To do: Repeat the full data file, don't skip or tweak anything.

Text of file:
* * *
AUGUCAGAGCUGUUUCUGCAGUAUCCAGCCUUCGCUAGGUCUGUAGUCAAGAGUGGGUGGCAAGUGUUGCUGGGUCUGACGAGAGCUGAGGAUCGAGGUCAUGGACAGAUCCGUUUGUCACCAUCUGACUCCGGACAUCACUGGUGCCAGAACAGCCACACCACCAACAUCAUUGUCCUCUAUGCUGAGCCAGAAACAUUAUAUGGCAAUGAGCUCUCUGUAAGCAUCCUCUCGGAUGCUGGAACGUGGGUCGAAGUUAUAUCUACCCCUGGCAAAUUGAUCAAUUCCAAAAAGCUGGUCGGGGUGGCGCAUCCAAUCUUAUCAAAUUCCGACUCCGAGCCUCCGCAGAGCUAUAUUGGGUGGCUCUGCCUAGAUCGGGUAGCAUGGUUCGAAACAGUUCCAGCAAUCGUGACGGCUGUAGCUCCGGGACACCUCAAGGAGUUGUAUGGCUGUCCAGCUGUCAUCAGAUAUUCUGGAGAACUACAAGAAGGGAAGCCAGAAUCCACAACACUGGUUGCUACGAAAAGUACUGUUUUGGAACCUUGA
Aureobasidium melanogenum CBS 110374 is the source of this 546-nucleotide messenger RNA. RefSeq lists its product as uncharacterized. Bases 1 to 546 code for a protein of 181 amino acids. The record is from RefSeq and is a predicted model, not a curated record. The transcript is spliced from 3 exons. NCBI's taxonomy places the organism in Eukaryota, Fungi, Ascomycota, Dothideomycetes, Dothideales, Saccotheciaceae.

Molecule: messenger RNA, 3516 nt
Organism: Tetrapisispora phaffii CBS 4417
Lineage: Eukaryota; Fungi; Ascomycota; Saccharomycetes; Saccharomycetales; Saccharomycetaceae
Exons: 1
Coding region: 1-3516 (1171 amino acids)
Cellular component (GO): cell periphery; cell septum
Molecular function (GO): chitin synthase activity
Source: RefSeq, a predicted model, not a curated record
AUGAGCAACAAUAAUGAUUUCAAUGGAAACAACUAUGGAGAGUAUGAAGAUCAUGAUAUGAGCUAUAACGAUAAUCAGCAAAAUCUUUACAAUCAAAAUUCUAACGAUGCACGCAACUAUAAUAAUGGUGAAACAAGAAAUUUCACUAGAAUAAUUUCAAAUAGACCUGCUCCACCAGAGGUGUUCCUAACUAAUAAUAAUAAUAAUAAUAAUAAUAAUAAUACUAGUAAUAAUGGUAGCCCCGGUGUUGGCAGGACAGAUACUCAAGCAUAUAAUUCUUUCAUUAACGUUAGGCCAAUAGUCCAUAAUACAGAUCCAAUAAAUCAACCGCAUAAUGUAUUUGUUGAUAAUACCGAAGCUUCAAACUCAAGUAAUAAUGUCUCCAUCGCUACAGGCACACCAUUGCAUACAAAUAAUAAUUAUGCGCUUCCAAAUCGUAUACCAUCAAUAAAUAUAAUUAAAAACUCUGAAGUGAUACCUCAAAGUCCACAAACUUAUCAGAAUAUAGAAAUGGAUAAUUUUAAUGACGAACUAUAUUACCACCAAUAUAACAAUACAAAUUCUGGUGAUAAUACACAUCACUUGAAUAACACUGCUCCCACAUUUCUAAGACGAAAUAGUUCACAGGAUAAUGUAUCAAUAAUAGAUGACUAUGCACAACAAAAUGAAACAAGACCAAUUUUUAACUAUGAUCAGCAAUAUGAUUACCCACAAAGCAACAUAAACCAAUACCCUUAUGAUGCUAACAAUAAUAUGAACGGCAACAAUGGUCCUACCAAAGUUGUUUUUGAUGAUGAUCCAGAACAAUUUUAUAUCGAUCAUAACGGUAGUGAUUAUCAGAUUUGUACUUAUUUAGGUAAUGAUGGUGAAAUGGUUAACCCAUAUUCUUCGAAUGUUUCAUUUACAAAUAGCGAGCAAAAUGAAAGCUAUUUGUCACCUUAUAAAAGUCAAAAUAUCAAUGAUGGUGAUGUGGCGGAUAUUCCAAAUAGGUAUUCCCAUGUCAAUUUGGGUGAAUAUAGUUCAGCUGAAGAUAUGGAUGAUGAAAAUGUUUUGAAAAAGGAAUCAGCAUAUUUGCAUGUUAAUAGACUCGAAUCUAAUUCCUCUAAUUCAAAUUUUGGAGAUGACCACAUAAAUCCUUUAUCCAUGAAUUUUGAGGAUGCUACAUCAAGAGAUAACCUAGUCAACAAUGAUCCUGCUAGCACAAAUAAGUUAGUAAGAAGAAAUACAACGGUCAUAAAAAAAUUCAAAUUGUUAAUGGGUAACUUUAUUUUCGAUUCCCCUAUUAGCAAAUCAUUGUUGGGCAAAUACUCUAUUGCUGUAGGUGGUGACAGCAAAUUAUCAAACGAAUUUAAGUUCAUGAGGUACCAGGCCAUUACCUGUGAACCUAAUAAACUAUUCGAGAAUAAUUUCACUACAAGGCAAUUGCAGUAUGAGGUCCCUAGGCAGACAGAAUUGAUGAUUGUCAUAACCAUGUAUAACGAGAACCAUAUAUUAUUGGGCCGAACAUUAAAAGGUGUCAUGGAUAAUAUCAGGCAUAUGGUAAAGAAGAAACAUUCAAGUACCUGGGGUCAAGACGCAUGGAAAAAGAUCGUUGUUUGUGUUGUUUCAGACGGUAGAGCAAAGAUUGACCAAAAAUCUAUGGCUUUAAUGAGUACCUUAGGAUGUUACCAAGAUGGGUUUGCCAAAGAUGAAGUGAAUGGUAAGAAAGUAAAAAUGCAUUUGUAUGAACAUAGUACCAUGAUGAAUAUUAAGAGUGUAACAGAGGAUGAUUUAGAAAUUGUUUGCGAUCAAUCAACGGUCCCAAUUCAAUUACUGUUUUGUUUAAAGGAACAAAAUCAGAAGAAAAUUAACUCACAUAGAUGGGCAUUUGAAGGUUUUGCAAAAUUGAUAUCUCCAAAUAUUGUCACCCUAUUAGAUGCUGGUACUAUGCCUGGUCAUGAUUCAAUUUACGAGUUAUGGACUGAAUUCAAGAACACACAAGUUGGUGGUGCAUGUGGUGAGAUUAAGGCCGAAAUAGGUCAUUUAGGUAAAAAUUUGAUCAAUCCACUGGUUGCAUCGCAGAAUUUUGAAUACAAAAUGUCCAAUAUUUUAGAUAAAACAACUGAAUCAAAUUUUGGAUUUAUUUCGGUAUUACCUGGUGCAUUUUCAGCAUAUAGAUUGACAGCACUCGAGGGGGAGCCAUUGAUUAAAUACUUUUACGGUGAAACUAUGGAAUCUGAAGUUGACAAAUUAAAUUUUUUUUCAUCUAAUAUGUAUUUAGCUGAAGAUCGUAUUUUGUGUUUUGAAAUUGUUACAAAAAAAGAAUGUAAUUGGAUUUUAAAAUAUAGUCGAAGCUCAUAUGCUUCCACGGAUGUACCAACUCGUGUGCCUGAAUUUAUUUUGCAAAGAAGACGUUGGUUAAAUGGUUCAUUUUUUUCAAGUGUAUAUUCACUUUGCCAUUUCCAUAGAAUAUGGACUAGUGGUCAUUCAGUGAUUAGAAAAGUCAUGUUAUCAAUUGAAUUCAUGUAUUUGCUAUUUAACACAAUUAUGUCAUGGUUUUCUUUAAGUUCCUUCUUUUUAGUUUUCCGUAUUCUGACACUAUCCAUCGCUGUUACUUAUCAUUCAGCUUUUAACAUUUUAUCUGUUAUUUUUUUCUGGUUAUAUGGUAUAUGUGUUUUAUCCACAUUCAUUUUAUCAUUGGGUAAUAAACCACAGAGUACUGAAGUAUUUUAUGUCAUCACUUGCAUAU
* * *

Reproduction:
AUGUCAGAGCUGUUUCUGCAGUAUCCAGCCUUCGCUAGGUCUGUAGUCAAGAGUGGGUGGCAAGUGUUGCUGGGUCUGACGAGAGCUGAGGAUCGAGGUCAUGGACAGAUCCGUUUGUCACCAUCUGACUCCGGACAUCACUGGUGCCAGAACAGCCACACCACCAACAUCAUUGUCCUCUAUGCUGAGCCAGAAACAUUAUAUGGCAAUGAGCUCUCUGUAAGCAUCCUCUCGGAUGCUGGAACGUGGGUCGAAGUUAUAUCUACCCCUGGCAAAUUGAUCAAUUCCAAAAAGCUGGUCGGGGUGGCGCAUCCAAUCUUAUCAAAUUCCGACUCCGAGCCUCCGCAGAGCUAUAUUGGGUGGCUCUGCCUAGAUCGGGUAGCAUGGUUCGAAACAGUUCCAGCAAUCGUGACGGCUGUAGCUCCGGGACACCUCAAGGAGUUGUAUGGCUGUCCAGCUGUCAUCAGAUAUUCUGGAGAACUACAAGAAGGGAAGCCAGAAUCCACAACACUGGUUGCUACGAAAAGUACUGUUUUGGAACCUUGA
Aureobasidium melanogenum CBS 110374 is the source of this 546-nucleotide messenger RNA. RefSeq lists its product as uncharacterized. Bases 1 to 546 code for a protein of 181 amino acids. The record is from RefSeq and is a predicted model, not a curated record. The transcript is spliced from 3 exons. NCBI's taxonomy places the organism in Eukaryota, Fungi, Ascomycota, Dothideomycetes, Dothideales, Saccotheciaceae.

Molecule: messenger RNA, 3516 nt
Organism: Tetrapisispora phaffii CBS 4417
Lineage: Eukaryota; Fungi; Ascomycota; Saccharomycetes; Saccharomycetales; Saccharomycetaceae
Exons: 1
Coding region: 1-3516 (1171 amino acids)
Cellular component (GO): cell periphery; cell septum
Molecular function (GO): chitin synthase activity
Source: RefSeq, a predicted model, not a curated record
AUGAGCAACAAUAAUGAUUUCAAUGGAAACAACUAUGGAGAGUAUGAAGAUCAUGAUAUGAGCUAUAACGAUAAUCAGCAAAAUCUUUACAAUCAAAAUUCUAACGAUGCACGCAACUAUAAUAAUGGUGAAACAAGAAAUUUCACUAGAAUAAUUUCAAAUAGACCUGCUCCACCAGAGGUGUUCCUAACUAAUAAUAAUAAUAAUAAUAAUAAUAAUAAUACUAGUAAUAAUGGUAGCCCCGGUGUUGGCAGGACAGAUACUCAAGCAUAUAAUUCUUUCAUUAACGUUAGGCCAAUAGUCCAUAAUACAGAUCCAAUAAAUCAACCGCAUAAUGUAUUUGUUGAUAAUACCGAAGCUUCAAACUCAAGUAAUAAUGUCUCCAUCGCUACAGGCACACCAUUGCAUACAAAUAAUAAUUAUGCGCUUCCAAAUCGUAUACCAUCAAUAAAUAUAAUUAAAAACUCUGAAGUGAUACCUCAAAGUCCACAAACUUAUCAGAAUAUAGAAAUGGAUAAUUUUAAUGACGAACUAUAUUACCACCAAUAUAACAAUACAAAUUCUGGUGAUAAUACACAUCACUUGAAUAACACUGCUCCCACAUUUCUAAGACGAAAUAGUUCACAGGAUAAUGUAUCAAUAAUAGAUGACUAUGCACAACAAAAUGAAACAAGACCAAUUUUUAACUAUGAUCAGCAAUAUGAUUACCCACAAAGCAACAUAAACCAAUACCCUUAUGAUGCUAACAAUAAUAUGAACGGCAACAAUGGUCCUACCAAAGUUGUUUUUGAUGAUGAUCCAGAACAAUUUUAUAUCGAUCAUAACGGUAGUGAUUAUCAGAUUUGUACUUAUUUAGGUAAUGAUGGUGAAAUGGUUAACCCAUAUUCUUCGAAUGUUUCAUUUACAAAUAGCGAGCAAAAUGAAAGCUAUUUGUCACCUUAUAAAAGUCAAAAUAUCAAUGAUGGUGAUGUGGCGGAUAUUCCAAAUAGGUAUUCCCAUGUCAAUUUGGGUGAAUAUAGUUCAGCUGAAGAUAUGGAUGAUGAAAAUGUUUUGAAAAAGGAAUCAGCAUAUUUGCAUGUUAAUAGACUCGAAUCUAAUUCCUCUAAUUCAAAUUUUGGAGAUGACCACAUAAAUCCUUUAUCCAUGAAUUUUGAGGAUGCUACAUCAAGAGAUAACCUAGUCAACAAUGAUCCUGCUAGCACAAAUAAGUUAGUAAGAAGAAAUACAACGGUCAUAAAAAAAUUCAAAUUGUUAAUGGGUAACUUUAUUUUCGAUUCCCCUAUUAGCAAAUCAUUGUUGGGCAAAUACUCUAUUGCUGUAGGUGGUGACAGCAAAUUAUCAAACGAAUUUAAGUUCAUGAGGUACCAGGCCAUUACCUGUGAACCUAAUAAACUAUUCGAGAAUAAUUUCACUACAAGGCAAUUGCAGUAUGAGGUCCCUAGGCAGACAGAAUUGAUGAUUGUCAUAACCAUGUAUAACGAGAACCAUAUAUUAUUGGGCCGAACAUUAAAAGGUGUCAUGGAUAAUAUCAGGCAUAUGGUAAAGAAGAAACAUUCAAGUACCUGGGGUCAAGACGCAUGGAAAAAGAUCGUUGUUUGUGUUGUUUCAGACGGUAGAGCAAAGAUUGACCAAAAAUCUAUGGCUUUAAUGAGUACCUUAGGAUGUUACCAAGAUGGGUUUGCCAAAGAUGAAGUGAAUGGUAAGAAAGUAAAAAUGCAUUUGUAUGAACAUAGUACCAUGAUGAAUAUUAAGAGUGUAACAGAGGAUGAUUUAGAAAUUGUUUGCGAUCAAUCAACGGUCCCAAUUCAAUUACUGUUUUGUUUAAAGGAACAAAAUCAGAAGAAAAUUAACUCACAUAGAUGGGCAUUUGAAGGUUUUGCAAAAUUGAUAUCUCCAAAUAUUGUCACCCUAUUAGAUGCUGGUACUAUGCCUGGUCAUGAUUCAAUUUACGAGUUAUGGACUGAAUUCAAGAACACACAAGUUGGUGGUGCAUGUGGUGAGAUUAAGGCCGAAAUAGGUCAUUUAGGUAAAAAUUUGAUCAAUCCACUGGUUGCAUCGCAGAAUUUUGAAUACAAAAUGUCCAAUAUUUUAGAUAAAACAACUGAAUCAAAUUUUGGAUUUAUUUCGGUAUUACCUGGUGCAUUUUCAGCAUAUAGAUUGACAGCACUCGAGGGGGAGCCAUUGAUUAAAUACUUUUACGGUGAAACUAUGGAAUCUGAAGUUGACAAAUUAAAUUUUUUUUCAUCUAAUAUGUAUUUAGCUGAAGAUCGUAUUUUGUGUUUUGAAAUUGUUACAAAAAAAGAAUGUAAUUGGAUUUUAAAAUAUAGUCGAAGCUCAUAUGCUUCCACGGAUGUACCAACUCGUGUGCCUGAAUUUAUUUUGCAAAGAAGACGUUGGUUAAAUGGUUCAUUUUUUUCAAGUGUAUAUUCACUUUGCCAUUUCCAUAGAAUAUGGACUAGUGGUCAUUCAGUGAUUAGAAAAGUCAUGUUAUCAAUUGAAUUCAUGUAUUUGCUAUUUAACACAAUUAUGUCAUGGUUUUCUUUAAGUUCCUUCUUUUUAGUUUUCCGUAUUCUGACACUAUCCAUCGCUGUUACUUAUCAUUCAGCUUUUAACAUUUUAUCUGUUAUUUUUUUCUGGUUAUAUGGUAUAUGUGUUUUAUCCACAUUCAUUUUAUCAUUGGGUAAUAAACCACAGAGUACUGAAGUAUUUUAUGUCAUCACUUGCAUAU